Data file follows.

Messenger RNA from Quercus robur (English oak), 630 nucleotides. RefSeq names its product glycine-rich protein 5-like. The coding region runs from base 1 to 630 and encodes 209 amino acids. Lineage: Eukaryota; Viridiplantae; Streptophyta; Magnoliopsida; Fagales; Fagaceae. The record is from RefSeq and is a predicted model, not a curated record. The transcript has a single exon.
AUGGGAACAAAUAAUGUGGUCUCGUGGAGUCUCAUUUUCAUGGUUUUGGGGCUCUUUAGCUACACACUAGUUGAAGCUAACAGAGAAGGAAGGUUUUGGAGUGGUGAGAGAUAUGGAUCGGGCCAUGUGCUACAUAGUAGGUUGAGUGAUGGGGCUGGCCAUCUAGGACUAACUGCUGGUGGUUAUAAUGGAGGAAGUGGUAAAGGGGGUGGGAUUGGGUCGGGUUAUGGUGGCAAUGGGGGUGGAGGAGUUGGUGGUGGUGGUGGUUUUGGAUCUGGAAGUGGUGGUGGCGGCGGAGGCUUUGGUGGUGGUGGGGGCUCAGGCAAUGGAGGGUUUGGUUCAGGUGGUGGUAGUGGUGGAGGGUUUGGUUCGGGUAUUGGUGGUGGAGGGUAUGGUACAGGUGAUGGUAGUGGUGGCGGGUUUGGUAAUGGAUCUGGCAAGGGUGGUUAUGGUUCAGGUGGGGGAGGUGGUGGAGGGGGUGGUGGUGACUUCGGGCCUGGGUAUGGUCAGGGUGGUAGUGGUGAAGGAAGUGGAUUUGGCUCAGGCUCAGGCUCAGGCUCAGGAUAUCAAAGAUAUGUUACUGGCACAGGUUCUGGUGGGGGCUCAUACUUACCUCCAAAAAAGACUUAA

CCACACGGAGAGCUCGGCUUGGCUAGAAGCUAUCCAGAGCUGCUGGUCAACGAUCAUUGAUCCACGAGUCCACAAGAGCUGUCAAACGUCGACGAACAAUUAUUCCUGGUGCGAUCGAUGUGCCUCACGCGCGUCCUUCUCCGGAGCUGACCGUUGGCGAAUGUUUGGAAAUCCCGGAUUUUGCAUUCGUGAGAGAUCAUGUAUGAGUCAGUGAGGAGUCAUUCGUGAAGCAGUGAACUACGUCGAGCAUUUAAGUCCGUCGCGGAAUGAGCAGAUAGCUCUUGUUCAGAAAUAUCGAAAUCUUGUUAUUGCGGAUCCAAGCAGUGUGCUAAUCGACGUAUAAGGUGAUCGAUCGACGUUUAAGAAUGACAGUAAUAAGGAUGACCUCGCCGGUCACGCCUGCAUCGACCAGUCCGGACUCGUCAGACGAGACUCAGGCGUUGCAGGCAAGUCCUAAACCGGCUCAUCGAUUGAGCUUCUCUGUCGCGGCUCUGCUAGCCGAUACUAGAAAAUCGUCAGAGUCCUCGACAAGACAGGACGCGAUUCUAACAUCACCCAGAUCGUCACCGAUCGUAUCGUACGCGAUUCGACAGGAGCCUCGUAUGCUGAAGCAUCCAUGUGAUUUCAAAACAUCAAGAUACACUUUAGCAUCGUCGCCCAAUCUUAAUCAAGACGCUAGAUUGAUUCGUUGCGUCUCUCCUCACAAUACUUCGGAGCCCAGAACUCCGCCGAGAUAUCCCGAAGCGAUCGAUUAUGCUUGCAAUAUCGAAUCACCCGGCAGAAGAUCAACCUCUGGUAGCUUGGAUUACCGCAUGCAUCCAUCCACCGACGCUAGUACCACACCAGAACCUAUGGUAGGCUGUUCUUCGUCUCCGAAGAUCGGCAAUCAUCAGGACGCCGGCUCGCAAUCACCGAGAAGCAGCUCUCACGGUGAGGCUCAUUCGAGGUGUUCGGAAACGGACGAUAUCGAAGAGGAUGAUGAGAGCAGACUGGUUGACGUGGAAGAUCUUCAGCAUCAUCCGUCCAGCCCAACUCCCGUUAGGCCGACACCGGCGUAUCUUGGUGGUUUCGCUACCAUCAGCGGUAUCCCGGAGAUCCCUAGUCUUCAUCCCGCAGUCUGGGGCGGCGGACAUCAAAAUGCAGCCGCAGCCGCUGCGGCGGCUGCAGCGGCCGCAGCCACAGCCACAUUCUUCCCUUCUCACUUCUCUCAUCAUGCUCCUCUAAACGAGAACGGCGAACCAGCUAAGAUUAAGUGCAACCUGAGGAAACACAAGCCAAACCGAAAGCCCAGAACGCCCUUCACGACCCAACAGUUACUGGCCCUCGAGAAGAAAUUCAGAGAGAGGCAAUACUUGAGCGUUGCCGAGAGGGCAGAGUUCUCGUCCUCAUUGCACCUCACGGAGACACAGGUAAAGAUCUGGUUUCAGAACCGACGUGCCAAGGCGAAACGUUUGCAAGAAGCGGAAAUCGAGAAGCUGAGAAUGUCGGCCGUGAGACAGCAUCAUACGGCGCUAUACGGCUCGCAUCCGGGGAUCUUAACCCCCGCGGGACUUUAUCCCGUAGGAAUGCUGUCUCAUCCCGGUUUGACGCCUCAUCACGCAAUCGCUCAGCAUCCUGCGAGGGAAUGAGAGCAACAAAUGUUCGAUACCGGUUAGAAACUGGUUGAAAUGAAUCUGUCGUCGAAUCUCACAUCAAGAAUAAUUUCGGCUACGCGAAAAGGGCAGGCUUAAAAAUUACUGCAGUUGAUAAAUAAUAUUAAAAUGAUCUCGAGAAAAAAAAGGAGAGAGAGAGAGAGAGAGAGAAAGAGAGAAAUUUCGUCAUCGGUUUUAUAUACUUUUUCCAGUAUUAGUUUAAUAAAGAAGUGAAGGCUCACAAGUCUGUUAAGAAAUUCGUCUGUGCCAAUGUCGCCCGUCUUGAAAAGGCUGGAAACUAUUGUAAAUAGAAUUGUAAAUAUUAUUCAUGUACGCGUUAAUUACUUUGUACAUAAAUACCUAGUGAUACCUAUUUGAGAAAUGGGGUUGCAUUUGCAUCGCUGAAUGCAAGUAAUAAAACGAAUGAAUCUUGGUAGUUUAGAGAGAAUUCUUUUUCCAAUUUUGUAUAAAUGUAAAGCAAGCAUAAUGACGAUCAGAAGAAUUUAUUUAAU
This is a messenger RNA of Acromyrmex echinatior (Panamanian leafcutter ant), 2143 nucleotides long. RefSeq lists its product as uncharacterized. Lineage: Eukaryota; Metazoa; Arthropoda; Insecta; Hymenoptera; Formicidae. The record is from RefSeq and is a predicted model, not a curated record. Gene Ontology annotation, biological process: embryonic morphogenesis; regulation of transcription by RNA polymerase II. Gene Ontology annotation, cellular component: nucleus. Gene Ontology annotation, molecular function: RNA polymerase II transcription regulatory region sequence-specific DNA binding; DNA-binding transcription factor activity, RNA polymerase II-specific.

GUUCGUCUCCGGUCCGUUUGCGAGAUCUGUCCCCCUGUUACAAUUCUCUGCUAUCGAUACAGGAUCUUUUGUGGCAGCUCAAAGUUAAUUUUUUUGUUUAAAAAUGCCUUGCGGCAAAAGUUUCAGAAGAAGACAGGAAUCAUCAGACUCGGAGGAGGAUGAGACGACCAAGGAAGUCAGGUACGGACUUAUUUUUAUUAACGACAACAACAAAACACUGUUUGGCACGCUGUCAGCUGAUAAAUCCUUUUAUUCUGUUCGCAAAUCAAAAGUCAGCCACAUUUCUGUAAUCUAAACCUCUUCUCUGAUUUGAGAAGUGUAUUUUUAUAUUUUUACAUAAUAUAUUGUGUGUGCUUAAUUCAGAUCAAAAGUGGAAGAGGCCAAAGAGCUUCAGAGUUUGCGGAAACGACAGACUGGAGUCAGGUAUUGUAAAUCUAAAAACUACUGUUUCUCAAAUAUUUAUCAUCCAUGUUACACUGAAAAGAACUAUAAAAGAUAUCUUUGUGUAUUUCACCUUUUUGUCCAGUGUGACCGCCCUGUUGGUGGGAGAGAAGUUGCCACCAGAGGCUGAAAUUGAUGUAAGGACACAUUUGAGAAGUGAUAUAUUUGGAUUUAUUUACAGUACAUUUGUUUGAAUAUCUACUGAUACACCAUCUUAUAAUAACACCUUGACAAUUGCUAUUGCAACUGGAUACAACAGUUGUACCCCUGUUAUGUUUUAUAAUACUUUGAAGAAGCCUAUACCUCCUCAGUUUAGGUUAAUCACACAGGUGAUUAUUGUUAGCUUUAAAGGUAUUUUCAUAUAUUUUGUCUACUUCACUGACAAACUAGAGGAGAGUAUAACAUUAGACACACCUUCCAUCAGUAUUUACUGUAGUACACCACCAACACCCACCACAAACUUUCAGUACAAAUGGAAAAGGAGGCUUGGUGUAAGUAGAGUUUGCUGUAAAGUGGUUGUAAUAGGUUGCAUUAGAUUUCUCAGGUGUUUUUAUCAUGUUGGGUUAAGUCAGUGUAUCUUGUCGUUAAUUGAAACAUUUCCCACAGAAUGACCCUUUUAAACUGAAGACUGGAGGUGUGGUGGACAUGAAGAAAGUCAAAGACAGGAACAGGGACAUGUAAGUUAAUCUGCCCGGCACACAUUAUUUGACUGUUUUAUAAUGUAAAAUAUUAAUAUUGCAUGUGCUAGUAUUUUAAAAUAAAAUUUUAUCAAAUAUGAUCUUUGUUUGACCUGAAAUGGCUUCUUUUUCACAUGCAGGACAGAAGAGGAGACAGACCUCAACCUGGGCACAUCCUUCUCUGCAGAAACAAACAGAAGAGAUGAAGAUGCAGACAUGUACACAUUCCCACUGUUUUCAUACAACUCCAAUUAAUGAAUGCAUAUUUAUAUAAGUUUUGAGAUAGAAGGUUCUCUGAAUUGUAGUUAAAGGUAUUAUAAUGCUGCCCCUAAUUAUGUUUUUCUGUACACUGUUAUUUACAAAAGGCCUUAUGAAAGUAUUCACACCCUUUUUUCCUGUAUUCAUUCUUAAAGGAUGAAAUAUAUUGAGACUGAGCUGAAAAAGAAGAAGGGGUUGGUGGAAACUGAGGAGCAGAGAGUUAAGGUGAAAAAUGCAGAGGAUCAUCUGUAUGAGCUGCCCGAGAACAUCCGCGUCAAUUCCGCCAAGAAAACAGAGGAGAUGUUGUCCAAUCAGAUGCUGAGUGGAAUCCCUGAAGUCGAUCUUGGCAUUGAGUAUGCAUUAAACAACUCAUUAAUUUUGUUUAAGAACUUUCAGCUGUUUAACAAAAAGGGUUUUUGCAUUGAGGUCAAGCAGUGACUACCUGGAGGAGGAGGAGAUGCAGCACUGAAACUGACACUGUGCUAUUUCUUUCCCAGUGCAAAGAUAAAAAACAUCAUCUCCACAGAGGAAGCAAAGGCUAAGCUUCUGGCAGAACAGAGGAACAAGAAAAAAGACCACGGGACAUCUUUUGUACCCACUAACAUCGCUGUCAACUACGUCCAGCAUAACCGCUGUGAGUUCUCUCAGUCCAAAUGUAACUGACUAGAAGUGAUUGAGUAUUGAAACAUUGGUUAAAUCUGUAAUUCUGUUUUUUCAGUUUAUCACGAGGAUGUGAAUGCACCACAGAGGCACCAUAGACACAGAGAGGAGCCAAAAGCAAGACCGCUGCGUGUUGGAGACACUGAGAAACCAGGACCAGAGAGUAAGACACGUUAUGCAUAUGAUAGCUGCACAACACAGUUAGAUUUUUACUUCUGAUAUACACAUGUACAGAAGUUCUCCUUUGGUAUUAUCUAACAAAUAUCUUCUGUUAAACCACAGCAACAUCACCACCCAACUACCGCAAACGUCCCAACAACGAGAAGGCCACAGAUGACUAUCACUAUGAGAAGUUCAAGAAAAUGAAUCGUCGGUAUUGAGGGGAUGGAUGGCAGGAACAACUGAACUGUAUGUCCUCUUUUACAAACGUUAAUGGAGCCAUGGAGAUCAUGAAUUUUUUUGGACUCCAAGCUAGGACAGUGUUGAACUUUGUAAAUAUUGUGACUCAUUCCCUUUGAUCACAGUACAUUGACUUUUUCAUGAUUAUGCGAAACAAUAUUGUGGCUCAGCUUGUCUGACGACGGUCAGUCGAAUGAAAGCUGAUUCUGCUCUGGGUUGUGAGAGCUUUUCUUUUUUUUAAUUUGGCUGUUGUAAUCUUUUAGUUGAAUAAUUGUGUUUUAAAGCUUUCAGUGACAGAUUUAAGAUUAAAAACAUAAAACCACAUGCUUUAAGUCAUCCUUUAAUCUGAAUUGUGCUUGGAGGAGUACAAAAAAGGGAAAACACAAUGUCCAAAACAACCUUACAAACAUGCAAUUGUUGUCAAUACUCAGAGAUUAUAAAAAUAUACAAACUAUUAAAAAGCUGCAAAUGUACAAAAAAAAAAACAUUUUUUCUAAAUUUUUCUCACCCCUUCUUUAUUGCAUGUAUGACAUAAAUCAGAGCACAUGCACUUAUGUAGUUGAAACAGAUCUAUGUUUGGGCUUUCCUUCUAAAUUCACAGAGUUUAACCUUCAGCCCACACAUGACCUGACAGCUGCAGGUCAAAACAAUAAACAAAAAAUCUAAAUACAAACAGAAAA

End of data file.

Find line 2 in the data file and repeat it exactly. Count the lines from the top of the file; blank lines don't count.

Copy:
AUGGGAACAAAUAAUGUGGUCUCGUGGAGUCUCAUUUUCAUGGUUUUGGGGCUCUUUAGCUACACACUAGUUGAAGCUAACAGAGAAGGAAGGUUUUGGAGUGGUGAGAGAUAUGGAUCGGGCCAUGUGCUACAUAGUAGGUUGAGUGAUGGGGCUGGCCAUCUAGGACUAACUGCUGGUGGUUAUAAUGGAGGAAGUGGUAAAGGGGGUGGGAUUGGGUCGGGUUAUGGUGGCAAUGGGGGUGGAGGAGUUGGUGGUGGUGGUGGUUUUGGAUCUGGAAGUGGUGGUGGCGGCGGAGGCUUUGGUGGUGGUGGGGGCUCAGGCAAUGGAGGGUUUGGUUCAGGUGGUGGUAGUGGUGGAGGGUUUGGUUCGGGUAUUGGUGGUGGAGGGUAUGGUACAGGUGAUGGUAGUGGUGGCGGGUUUGGUAAUGGAUCUGGCAAGGGUGGUUAUGGUUCAGGUGGGGGAGGUGGUGGAGGGGGUGGUGGUGACUUCGGGCCUGGGUAUGGUCAGGGUGGUAGUGGUGAAGGAAGUGGAUUUGGCUCAGGCUCAGGCUCAGGCUCAGGAUAUCAAAGAUAUGUUACUGGCACAGGUUCUGGUGGGGGCUCAUACUUACCUCCAAAAAAGACUUAA